Abuse of prescription drugs widespread

June 26, 1999|By ANDREA ROWLAND

Pamela Woodward knows now that happiness doesn't come in a pill.

It was a revelation that came hard, a lesson learned only after she had become an addict, a criminal and a statistic.

The 29-year-old Hagerstown waitress was addicted to prescription drugs for three years.

She faked prescriptions, nursed a rotting tooth, and endured the daily discomfort of heel spurs to get the pain pills she sometimes took 12 times a day.

She even bought a prescription once from a stranger she saw walking out of a hospital.

And although she tried to quit once in 1998, she didn't succeed until she went to jail.

"I got good," she said in an interview. "I learned how to manipulate."

She had a lot of company. About 30 percent of the 14 million Americans addicted to drugs are addicted to prescription drugs, according to the 1997 National Household Survey of Drug Abuse and Sgt. John Burke, commander of the Pharmaceutical Diversion Division at the Cincinnati Police Department.


Burke, who speaks nationally about the problem, said only cocaine abuse may be more widespread.

Abuse of Woodward's drug of choice, the pain killer hydrocodone, increased by 200 percent from 1988 to 1995, according to the Drug Enforcement Administration.

Woodward said she decided to tell her story so other people might get help for their own addictions.

'Doctor shopping'

Her drug habit began after she saw a doctor for painful heel spurs and was given a prescription for Vicodin, a brand name for hydrocodone with acetaminophen.

At first, she took only the prescribed dosage.

But when a friend of hers told her she could get high from the medicine, Woodward began abusing the drug, taking as much as three times the recommended dosage.

In her highs, she found an escape from boredom and from feelings of inadequacy that stemmed from a failed attempt at romance and a singing career, she said.

The Vicodin numbed her physical pain and gave her the confidence "to do anything and be anything that I wanted," she said.

"I would go off in grocery stores. I had no control over my mental actions," she said. "But I didn't feel like I could survive without them."

To get the drugs, Woodward began "doctor shopping," visiting dentists, physicians and hospital emergency rooms in Maryland, Virginia and West Virginia.

She capitalized on her natural acting ability, deceiving health care professionals into prescribing Vicodin and a stronger version of the drug, Lortab.

A Baltimore dentist gave Woodward three Lortab prescriptions with refills after one visit and two canceled appointments, she said.

Emergency room doctors at Jefferson Memorial Hospital in Ranson, W.Va., and Frederick Memorial Hospital also sent her home with prescriptions, she said.

She visited Frederick Memorial as often as three times a week, she said.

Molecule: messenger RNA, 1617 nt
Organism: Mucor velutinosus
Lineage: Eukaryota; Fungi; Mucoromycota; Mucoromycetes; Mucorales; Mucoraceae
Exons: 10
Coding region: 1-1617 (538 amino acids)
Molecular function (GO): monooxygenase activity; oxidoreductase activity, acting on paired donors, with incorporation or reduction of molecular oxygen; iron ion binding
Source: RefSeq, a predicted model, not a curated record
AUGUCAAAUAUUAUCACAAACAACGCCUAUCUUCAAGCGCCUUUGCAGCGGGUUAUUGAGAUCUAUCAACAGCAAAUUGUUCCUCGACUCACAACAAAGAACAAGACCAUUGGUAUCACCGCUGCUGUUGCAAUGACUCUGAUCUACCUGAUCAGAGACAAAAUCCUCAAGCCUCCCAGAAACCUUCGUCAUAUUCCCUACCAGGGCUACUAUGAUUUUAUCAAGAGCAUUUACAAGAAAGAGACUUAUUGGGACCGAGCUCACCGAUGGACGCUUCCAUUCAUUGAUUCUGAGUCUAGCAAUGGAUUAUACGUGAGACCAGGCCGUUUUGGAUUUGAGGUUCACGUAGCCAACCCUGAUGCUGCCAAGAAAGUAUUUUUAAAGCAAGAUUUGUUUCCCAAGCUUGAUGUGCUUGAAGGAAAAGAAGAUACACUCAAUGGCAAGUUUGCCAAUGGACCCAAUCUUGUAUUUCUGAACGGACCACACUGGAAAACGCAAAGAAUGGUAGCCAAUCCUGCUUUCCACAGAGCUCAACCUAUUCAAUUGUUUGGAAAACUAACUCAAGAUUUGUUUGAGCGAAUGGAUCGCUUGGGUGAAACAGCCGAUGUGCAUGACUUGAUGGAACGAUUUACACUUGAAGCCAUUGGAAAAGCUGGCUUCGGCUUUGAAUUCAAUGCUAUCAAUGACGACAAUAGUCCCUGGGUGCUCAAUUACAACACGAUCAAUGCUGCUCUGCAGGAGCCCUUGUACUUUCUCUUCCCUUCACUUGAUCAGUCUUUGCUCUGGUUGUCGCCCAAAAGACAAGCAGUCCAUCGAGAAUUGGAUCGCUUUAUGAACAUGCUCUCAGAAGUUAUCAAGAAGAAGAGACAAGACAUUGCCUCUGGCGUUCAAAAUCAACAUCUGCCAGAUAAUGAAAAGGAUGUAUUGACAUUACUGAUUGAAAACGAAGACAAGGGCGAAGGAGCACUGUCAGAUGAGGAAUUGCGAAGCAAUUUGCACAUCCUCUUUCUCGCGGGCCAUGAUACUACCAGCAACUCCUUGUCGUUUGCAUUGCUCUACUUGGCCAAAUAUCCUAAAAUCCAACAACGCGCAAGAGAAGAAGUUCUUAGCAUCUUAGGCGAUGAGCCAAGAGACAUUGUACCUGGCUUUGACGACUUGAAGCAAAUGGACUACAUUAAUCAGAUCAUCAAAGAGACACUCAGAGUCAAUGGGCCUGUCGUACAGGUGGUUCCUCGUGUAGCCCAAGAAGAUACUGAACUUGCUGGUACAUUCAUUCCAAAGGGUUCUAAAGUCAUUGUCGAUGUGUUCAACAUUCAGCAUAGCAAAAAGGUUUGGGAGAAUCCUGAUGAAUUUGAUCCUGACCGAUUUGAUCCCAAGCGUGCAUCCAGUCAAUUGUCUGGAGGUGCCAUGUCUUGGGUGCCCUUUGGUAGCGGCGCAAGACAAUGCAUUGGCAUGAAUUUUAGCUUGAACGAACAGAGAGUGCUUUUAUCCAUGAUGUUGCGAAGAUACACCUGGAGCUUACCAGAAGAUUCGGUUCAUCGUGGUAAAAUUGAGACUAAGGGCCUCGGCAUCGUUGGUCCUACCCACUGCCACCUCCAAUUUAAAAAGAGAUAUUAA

"If I acted really good in my pain, if I went overboard, they would give me Percocet. But Lortab, which is a stronger form of Vicodin, was my drug of choice."

80 to 90 pills a week

Doctors are aware of people like Woodward, and Frederick Memorial has policies to deal with them, said Dr. John Molesworth, director of emergency medicine there.

Staff members are instructed to give only a limited number of pills when they prescribe pain medication and are supposed to alert Molesworth if they become suspicious of a patient's sincerity, he said, declining to speak specifically about Woodward's case.

Patients who visit the emergency room more than five times in a year for pain medication also get a letter from Molesworth, saying the hospital staff is aware of the frequency of visits and urging follow-up care with primary care physicians.

The letter also explains that the hospital will exercise more caution when dispensing prescriptions for pain killers, Molesworth said.

Officials at Jefferson Memorial did not return phone calls.

Early in her addiction, Woodward said, she never had any problem getting prescriptions.

"I was good for three or four refills from each doctor. I didn't get here by myself," she said. "I knew what I was doing was wrong, but when it came time for the next high, I took it."

Eventually, she ingested 80 to 90 pills a week, at a cost of about $1 per pill.

'I was better than they were'

Abusers like Woodward are people "pursuing the chemical," said Judy Brown, clinical coordinator at Washington County Health Department's division of addictions and mental health services.

"There is a whole segment of the population that are chemically dependent without even knowing they are addicted," Brown said.

They cross all social classes, she and police said.

"I've locked up street mopes, physicians and nurses. People in the medical profession, legal profession, businessmen and stay-at-home moms," said Maryland State Police Sgt. Tom McElroy, a member of the DEA's Tactical Diversion Squad in Baltimore.

Woodward grew up in a middle-class home "on the good side of the tracks." She said she thought of drug addicts as "people who are trashy."

"In my frame of mind at the time, I was better than they were," she said.

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